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Reed buntings, grrrhh dead hedge, frogspawn envy and bees and flowers

Date posted: Sunday 7th March 2021

Reed buntings, grrrhh dead hedge, frogspawn envy and bees and flowers

No March winds, but a cold raw week to start the month and it’s hard to get motivated to get out under grey, overcast skies. But this afternoon a welcome return of bright sunshine – birds are singing, crocus, narcissi, daffs, pulmonaria and hellebores in lovely flower and visitors from over the park wall to enliven the bird population around my back plot. For the past fortnight or so a group of reed buntings have been flitting back and forth, posing in the trees and looking for all the world like strongly filtered sparrows, with a longer tail and striking markings! As they’re ground nesters there’s little chance they might choose my plot as an attractive des res, but it’s exciting to see them!

The dead hedges that we’ve installed in the SW wildlife corner near the beehives have been enthusiastically used, but sadly a lot of perennial culinary herb shrubs seem to have found their way onto them. I saw what looked like an entire mature bay shrub dumped, and masses of rosemary. These plants are of such valuable forage use for bees etc and I can only hope that the shrubs on plots have just been strongly pruned, not taken out completely. And some complete idiot has been dumping wood that isn’t cuttings from the plot, more likely unwanted stuff from home or possibly parts of old sheds. Either way, our notices and emails aren’t being observed and the final straw for me was seeing a huge pile of cuttings dumped onto the insect habitat log pile, with it’s notices saying ‘Do Not Put Cuttings Here’ – are people so oblivious or what? Anyway, grrrh!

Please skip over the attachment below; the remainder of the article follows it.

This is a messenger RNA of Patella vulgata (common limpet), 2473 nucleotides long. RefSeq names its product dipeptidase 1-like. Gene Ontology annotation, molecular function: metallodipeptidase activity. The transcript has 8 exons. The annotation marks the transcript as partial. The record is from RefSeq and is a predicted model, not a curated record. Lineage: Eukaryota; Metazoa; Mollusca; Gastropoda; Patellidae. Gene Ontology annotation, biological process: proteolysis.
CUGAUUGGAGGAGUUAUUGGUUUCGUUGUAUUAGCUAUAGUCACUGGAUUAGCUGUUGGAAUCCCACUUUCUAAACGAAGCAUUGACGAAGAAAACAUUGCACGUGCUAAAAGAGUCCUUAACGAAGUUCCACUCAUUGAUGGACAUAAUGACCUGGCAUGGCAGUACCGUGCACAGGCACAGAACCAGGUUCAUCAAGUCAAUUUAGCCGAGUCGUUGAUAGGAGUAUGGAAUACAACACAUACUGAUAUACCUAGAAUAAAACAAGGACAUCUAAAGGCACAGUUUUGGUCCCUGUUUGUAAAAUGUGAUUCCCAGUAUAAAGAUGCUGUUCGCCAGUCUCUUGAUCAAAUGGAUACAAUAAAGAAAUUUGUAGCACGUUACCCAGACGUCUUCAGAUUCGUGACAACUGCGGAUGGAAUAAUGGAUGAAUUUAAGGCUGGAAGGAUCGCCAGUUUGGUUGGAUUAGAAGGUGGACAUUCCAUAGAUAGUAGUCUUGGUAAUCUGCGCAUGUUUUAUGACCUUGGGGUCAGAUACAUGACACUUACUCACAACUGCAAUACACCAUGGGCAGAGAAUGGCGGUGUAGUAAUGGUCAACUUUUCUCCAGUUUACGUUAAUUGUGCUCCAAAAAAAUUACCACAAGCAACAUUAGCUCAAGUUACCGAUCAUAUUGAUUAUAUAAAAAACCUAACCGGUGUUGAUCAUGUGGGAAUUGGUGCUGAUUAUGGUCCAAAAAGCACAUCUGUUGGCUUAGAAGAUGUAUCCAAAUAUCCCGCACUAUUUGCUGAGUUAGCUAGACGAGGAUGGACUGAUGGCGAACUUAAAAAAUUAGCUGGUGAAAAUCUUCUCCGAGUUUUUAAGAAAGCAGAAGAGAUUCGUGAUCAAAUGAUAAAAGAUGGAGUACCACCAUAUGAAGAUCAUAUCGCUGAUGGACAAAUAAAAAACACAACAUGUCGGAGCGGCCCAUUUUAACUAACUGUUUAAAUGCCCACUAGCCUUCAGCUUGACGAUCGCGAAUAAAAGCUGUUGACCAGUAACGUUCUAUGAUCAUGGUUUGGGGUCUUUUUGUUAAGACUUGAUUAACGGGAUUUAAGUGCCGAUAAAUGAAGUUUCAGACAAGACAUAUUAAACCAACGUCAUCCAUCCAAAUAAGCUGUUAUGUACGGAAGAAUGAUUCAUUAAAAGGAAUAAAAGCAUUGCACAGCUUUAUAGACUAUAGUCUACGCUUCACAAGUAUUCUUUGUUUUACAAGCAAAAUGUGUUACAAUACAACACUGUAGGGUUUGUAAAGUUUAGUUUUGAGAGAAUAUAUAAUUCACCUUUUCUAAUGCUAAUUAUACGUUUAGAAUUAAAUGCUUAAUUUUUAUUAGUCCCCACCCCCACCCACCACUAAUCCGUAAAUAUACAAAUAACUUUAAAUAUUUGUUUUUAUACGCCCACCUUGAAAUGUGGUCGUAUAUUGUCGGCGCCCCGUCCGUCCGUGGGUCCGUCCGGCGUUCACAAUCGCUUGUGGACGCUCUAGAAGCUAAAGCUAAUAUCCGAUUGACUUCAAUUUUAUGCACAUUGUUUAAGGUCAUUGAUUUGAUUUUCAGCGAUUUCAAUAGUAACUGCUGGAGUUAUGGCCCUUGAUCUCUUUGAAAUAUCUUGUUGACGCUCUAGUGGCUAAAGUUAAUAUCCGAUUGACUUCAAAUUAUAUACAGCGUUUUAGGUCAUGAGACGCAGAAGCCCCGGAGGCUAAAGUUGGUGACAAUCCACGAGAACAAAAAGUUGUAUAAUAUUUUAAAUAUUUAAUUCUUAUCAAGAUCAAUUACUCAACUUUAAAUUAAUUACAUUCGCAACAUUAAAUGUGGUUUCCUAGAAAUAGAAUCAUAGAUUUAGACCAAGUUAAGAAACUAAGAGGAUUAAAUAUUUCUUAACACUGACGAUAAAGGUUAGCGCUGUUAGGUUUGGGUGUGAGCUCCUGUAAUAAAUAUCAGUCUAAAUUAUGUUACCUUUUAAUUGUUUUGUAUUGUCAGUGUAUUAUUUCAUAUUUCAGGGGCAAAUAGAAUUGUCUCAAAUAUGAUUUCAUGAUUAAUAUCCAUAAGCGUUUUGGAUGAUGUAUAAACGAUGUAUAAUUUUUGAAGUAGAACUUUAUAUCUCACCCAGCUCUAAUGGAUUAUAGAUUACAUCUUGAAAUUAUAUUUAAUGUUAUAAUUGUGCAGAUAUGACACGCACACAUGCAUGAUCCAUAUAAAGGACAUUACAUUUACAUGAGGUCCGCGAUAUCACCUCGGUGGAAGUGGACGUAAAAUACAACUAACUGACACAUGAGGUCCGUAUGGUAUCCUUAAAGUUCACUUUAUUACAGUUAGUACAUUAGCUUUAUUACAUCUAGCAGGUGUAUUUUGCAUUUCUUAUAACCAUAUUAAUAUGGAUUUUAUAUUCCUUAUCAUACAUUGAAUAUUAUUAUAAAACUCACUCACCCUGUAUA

And another, competitive ‘grrh’ this afternoon – Flora’s pond containing the first clump of frogspawn and meanwhile, nothing still in mine! This was Flora’s frogspawn last year, I’m still hoping that the frogs will return to mine! To end the rant, here’s some lovely bees on flowers – apparently according to recent reseach carried out by the University of Wales, bramble is the topmost flower identified in the pollen of honeybees, so let’s look after our bramble patches!